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USDA must limit grazing around Sheep Experiment Station
Domestic sheep grazing is being limited around the U.S. Department of Agriculture’s Sheep Experiment Station in the Centennial Mountains along the Idaho-Montana border, after a federal court ruling issued earlier this month.
The judge issuing the ruling sided with the environmental groups that brought suit that such grazing could adversely affect grizzly bears and other wildlife.
In early 2019, the Western Watersheds Project, WildEarth Guardians and Center for Biological Diversity sued the USDA, arguing that the 2018 decision to reauthorize and expand domestic sheep grazing on the public lands around the agency’s Sheep Experiment Station violated the National Environmental Policy Act and the Administrative Procedures Act by failing to account for impacts to grizzly bears (Ursus arctos horribilis), bighorn sheep (Ovis canadensis) and other wildlife. The court agreed, ruling that grazing must be limited to certain limited areas until the government conducts further review on the effects on grazing on grizzlies and bighorn sheep.
The Sheep Experiment Station properties include about 48,000 acres of public lands. The station also has agreements to use an additional 20,000 acres of grazing land managed by other federal agencies. Managed by the Agriculture Research Service, the Sheep Experiment Station is home to about 3,000 sheep owned by the University of Idaho and used in a variety of research projects, both in feedlots and on the range. An earlier lawsuit halted most grazing around the station in 2013 and prompted the USDA to conduct an environmental analysis. A final Environmental Impact Statement was completed in 2017 and the expanded grazing program began in 2018.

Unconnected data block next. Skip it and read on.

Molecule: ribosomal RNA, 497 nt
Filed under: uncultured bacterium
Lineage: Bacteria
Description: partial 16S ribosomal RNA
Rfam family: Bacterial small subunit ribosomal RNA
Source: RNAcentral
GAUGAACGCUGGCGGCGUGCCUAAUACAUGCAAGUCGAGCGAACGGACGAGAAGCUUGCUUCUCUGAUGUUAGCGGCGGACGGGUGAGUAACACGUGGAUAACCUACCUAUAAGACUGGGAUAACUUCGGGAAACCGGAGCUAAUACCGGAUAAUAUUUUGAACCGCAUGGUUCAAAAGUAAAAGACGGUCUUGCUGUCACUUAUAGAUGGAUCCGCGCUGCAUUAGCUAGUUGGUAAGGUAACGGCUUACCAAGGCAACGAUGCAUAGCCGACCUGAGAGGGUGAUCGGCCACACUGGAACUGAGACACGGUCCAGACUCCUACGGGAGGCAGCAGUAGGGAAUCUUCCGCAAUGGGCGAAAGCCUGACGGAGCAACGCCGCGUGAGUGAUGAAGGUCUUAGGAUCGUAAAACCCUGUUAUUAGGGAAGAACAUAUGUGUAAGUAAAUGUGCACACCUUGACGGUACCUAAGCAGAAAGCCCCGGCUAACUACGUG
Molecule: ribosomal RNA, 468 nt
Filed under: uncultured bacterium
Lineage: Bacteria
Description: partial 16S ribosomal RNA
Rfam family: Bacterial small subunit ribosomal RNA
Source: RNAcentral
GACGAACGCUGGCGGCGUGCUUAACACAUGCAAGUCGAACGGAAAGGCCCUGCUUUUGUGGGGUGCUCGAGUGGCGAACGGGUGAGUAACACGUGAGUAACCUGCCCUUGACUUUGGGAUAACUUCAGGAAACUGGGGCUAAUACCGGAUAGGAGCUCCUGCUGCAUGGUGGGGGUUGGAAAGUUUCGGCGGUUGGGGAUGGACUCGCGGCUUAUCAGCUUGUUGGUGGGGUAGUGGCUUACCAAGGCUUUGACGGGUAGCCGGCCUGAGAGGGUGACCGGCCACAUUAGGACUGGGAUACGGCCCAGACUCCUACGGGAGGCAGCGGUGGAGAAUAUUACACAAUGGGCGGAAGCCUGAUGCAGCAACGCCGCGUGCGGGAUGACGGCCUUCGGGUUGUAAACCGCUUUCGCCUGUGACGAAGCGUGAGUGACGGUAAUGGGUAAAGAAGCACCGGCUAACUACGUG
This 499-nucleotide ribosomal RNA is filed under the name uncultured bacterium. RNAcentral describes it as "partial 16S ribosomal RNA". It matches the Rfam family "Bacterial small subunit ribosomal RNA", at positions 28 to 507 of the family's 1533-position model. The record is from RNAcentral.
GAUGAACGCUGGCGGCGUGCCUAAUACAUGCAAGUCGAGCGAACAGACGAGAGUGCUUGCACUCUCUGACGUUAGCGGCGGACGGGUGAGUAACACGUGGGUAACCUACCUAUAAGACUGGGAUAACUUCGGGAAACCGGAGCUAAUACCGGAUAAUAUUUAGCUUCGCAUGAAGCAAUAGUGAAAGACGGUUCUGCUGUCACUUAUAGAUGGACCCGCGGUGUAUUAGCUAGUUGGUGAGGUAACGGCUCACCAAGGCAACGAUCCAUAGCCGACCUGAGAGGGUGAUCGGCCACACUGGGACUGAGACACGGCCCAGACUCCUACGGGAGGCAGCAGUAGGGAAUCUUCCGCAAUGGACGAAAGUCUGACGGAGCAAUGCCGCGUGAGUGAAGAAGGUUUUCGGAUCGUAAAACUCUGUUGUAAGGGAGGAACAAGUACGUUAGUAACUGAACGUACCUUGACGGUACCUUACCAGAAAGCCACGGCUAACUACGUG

Until the USDA completes further review, domestic sheep grazing will only be permitted to the extent that it was before the 2018 expansion, limiting it to an area near the Sheep Station’s Headquarters and a feedlot.
Domestic sheep can transmit the pathogen Mycoplasma, which causes pneumonia, to bighorn sheep. The disease can kill bighorns and, in subsequent years, can reduce lamb survival. Because of the station’s location in the Centennial Mountains, which run connect the Greater Yellowstone Ecosystem with large wilderness and roadless areas in Idaho and Montana, the area provides valuable grizzly habitat. Increased grazing could increase conflicts between grizzlies and livestock, as well as humans, in the area.
The Wildlife Society and the American Association of Wildlife Veterinarians have issued a joint statement on domestic sheep and goat disease transmission risk to wild sheep. The statement recognizes that disease transmission from domestic sheep and goats to wild sheep is a primary risk factor for wild sheep survival, restoration and management and emphasizes the need to develop and implement adaptive disease management strategies to address chronically infected wild sheep populations.
Read the TWS and AAWV Joint Issue Statement: Domestic Sheep and Goats Disease Transmission Risk to Wild Sheep
Read TWS’ Standing Position on Wildlife Disease